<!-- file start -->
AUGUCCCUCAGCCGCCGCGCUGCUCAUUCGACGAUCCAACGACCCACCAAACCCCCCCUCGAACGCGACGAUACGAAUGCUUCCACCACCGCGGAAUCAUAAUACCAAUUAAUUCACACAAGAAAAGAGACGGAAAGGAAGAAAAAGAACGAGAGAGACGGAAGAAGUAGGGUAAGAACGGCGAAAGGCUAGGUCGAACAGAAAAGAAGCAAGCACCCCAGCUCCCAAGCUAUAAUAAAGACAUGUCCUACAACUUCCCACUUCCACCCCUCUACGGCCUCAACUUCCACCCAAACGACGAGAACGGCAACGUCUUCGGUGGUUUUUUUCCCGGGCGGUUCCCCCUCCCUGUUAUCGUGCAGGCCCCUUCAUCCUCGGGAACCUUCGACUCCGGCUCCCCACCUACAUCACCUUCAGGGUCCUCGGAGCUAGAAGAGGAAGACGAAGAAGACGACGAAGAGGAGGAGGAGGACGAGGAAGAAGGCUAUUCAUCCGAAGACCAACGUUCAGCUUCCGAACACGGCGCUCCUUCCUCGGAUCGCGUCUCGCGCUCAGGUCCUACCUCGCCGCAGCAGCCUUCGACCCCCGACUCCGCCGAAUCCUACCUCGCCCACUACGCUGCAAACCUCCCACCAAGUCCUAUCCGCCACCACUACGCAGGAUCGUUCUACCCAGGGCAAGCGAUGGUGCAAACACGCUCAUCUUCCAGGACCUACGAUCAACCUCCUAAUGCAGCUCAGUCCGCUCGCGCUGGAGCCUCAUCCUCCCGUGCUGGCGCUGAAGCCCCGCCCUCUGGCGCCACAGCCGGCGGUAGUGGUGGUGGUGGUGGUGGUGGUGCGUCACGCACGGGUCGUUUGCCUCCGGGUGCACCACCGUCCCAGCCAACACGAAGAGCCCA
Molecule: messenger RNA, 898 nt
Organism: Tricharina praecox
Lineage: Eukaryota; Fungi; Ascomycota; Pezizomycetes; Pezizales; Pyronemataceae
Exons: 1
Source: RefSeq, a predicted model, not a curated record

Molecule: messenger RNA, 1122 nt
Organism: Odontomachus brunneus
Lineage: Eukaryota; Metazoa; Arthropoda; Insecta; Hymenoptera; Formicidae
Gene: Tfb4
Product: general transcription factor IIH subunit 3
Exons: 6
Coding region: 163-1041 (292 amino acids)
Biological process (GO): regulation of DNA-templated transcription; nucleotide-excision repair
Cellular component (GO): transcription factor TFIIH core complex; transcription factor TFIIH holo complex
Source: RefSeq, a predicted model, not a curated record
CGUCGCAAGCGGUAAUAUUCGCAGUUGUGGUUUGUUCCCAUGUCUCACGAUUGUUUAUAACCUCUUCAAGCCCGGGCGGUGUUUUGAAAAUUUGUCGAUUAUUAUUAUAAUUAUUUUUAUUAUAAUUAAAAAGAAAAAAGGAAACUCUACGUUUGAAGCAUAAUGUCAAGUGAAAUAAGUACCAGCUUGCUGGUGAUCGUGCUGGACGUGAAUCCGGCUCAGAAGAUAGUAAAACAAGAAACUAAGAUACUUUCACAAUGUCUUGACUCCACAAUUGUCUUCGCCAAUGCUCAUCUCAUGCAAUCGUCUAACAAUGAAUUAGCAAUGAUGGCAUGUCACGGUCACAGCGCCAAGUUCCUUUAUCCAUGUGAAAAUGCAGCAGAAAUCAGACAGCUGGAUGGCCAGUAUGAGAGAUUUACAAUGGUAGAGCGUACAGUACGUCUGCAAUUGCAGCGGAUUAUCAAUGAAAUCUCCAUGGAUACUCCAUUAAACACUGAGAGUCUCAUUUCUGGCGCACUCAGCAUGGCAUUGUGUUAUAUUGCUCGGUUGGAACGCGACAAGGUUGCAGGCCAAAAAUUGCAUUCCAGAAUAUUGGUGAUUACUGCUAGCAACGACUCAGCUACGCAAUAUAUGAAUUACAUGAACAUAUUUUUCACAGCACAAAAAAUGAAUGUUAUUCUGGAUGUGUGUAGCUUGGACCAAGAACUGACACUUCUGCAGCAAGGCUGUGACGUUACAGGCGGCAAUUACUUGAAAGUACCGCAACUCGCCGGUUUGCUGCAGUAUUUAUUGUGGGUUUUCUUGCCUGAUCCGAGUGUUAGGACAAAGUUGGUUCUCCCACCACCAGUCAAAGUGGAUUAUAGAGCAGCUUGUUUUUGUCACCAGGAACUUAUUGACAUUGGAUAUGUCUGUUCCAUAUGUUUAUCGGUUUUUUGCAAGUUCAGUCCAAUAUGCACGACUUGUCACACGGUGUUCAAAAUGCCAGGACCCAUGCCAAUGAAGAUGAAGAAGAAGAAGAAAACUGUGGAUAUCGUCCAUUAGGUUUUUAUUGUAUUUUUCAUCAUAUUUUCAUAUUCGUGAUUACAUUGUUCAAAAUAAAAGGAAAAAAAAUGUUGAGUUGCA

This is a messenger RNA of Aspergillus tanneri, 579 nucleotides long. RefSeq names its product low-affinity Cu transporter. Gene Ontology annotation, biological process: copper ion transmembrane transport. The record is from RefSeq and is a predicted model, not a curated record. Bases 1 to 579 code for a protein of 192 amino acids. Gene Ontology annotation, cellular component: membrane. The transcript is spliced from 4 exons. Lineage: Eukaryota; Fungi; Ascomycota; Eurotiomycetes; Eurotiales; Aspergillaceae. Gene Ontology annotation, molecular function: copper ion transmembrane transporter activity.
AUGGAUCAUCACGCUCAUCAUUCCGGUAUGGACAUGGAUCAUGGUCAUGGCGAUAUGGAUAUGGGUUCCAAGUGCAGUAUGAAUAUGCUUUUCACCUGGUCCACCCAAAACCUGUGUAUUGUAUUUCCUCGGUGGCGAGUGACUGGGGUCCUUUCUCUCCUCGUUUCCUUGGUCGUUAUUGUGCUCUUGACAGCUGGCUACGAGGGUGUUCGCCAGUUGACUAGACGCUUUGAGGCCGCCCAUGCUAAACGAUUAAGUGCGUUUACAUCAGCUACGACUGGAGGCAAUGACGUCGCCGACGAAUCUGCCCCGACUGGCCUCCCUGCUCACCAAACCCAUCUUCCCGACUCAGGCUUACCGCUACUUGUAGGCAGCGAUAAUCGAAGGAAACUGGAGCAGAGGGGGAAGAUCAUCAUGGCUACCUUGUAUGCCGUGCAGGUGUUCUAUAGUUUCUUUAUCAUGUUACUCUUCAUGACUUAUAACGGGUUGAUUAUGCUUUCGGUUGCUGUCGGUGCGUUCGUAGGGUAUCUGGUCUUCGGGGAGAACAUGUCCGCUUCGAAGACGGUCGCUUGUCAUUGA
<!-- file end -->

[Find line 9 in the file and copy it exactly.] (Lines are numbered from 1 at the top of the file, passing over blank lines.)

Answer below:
Lineage: Eukaryota; Metazoa; Arthropoda; Insecta; Hymenoptera; Formicidae